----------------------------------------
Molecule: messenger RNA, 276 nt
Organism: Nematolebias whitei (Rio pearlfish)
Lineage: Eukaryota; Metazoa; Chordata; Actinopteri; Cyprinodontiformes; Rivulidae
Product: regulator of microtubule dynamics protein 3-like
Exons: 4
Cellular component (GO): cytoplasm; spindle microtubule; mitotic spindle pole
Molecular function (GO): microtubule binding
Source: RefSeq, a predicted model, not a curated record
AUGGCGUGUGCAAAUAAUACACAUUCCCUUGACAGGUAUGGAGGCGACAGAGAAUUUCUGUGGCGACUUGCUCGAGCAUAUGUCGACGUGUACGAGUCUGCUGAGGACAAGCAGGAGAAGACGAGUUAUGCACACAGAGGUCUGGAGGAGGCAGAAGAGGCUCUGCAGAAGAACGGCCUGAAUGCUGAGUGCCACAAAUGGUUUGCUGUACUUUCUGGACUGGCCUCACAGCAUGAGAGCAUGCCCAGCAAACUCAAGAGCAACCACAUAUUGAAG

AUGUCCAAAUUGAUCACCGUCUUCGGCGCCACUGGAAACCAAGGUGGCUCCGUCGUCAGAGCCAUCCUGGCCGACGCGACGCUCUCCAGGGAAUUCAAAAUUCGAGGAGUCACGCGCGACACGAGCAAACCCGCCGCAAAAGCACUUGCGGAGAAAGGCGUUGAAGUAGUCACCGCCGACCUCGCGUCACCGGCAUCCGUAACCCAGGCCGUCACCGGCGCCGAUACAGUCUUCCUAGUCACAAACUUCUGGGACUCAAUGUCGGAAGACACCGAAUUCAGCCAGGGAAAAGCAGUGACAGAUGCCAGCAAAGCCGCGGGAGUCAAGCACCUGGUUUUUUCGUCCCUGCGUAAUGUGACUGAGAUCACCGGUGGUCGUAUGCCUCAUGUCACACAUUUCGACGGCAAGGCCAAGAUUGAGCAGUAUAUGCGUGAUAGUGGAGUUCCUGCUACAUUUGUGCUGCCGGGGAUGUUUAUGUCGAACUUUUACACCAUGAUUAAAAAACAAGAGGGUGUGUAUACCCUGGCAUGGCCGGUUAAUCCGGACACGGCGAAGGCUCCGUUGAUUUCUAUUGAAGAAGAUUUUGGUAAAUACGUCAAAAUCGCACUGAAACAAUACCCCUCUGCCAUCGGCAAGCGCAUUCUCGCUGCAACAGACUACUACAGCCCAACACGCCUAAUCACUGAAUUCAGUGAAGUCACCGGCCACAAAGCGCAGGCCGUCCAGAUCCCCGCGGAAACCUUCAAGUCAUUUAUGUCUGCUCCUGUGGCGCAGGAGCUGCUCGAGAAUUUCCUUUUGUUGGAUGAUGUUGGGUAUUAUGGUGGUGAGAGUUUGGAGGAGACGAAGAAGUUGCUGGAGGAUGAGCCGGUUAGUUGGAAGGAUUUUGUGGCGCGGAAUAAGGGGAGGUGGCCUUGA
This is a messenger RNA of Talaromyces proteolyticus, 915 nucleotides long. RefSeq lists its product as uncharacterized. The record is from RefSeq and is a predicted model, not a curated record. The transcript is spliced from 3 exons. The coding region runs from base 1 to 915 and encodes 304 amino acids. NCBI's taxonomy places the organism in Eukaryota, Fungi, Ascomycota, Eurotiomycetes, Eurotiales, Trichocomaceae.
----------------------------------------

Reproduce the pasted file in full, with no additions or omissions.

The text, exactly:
Molecule: messenger RNA, 276 nt
Organism: Nematolebias whitei (Rio pearlfish)
Lineage: Eukaryota; Metazoa; Chordata; Actinopteri; Cyprinodontiformes; Rivulidae
Product: regulator of microtubule dynamics protein 3-like
Exons: 4
Cellular component (GO): cytoplasm; spindle microtubule; mitotic spindle pole
Molecular function (GO): microtubule binding
Source: RefSeq, a predicted model, not a curated record
AUGGCGUGUGCAAAUAAUACACAUUCCCUUGACAGGUAUGGAGGCGACAGAGAAUUUCUGUGGCGACUUGCUCGAGCAUAUGUCGACGUGUACGAGUCUGCUGAGGACAAGCAGGAGAAGACGAGUUAUGCACACAGAGGUCUGGAGGAGGCAGAAGAGGCUCUGCAGAAGAACGGCCUGAAUGCUGAGUGCCACAAAUGGUUUGCUGUACUUUCUGGACUGGCCUCACAGCAUGAGAGCAUGCCCAGCAAACUCAAGAGCAACCACAUAUUGAAG

AUGUCCAAAUUGAUCACCGUCUUCGGCGCCACUGGAAACCAAGGUGGCUCCGUCGUCAGAGCCAUCCUGGCCGACGCGACGCUCUCCAGGGAAUUCAAAAUUCGAGGAGUCACGCGCGACACGAGCAAACCCGCCGCAAAAGCACUUGCGGAGAAAGGCGUUGAAGUAGUCACCGCCGACCUCGCGUCACCGGCAUCCGUAACCCAGGCCGUCACCGGCGCCGAUACAGUCUUCCUAGUCACAAACUUCUGGGACUCAAUGUCGGAAGACACCGAAUUCAGCCAGGGAAAAGCAGUGACAGAUGCCAGCAAAGCCGCGGGAGUCAAGCACCUGGUUUUUUCGUCCCUGCGUAAUGUGACUGAGAUCACCGGUGGUCGUAUGCCUCAUGUCACACAUUUCGACGGCAAGGCCAAGAUUGAGCAGUAUAUGCGUGAUAGUGGAGUUCCUGCUACAUUUGUGCUGCCGGGGAUGUUUAUGUCGAACUUUUACACCAUGAUUAAAAAACAAGAGGGUGUGUAUACCCUGGCAUGGCCGGUUAAUCCGGACACGGCGAAGGCUCCGUUGAUUUCUAUUGAAGAAGAUUUUGGUAAAUACGUCAAAAUCGCACUGAAACAAUACCCCUCUGCCAUCGGCAAGCGCAUUCUCGCUGCAACAGACUACUACAGCCCAACACGCCUAAUCACUGAAUUCAGUGAAGUCACCGGCCACAAAGCGCAGGCCGUCCAGAUCCCCGCGGAAACCUUCAAGUCAUUUAUGUCUGCUCCUGUGGCGCAGGAGCUGCUCGAGAAUUUCCUUUUGUUGGAUGAUGUUGGGUAUUAUGGUGGUGAGAGUUUGGAGGAGACGAAGAAGUUGCUGGAGGAUGAGCCGGUUAGUUGGAAGGAUUUUGUGGCGCGGAAUAAGGGGAGGUGGCCUUGA
This is a messenger RNA of Talaromyces proteolyticus, 915 nucleotides long. RefSeq lists its product as uncharacterized. The record is from RefSeq and is a predicted model, not a curated record. The transcript is spliced from 3 exons. The coding region runs from base 1 to 915 and encodes 304 amino acids. NCBI's taxonomy places the organism in Eukaryota, Fungi, Ascomycota, Eurotiomycetes, Eurotiales, Trichocomaceae.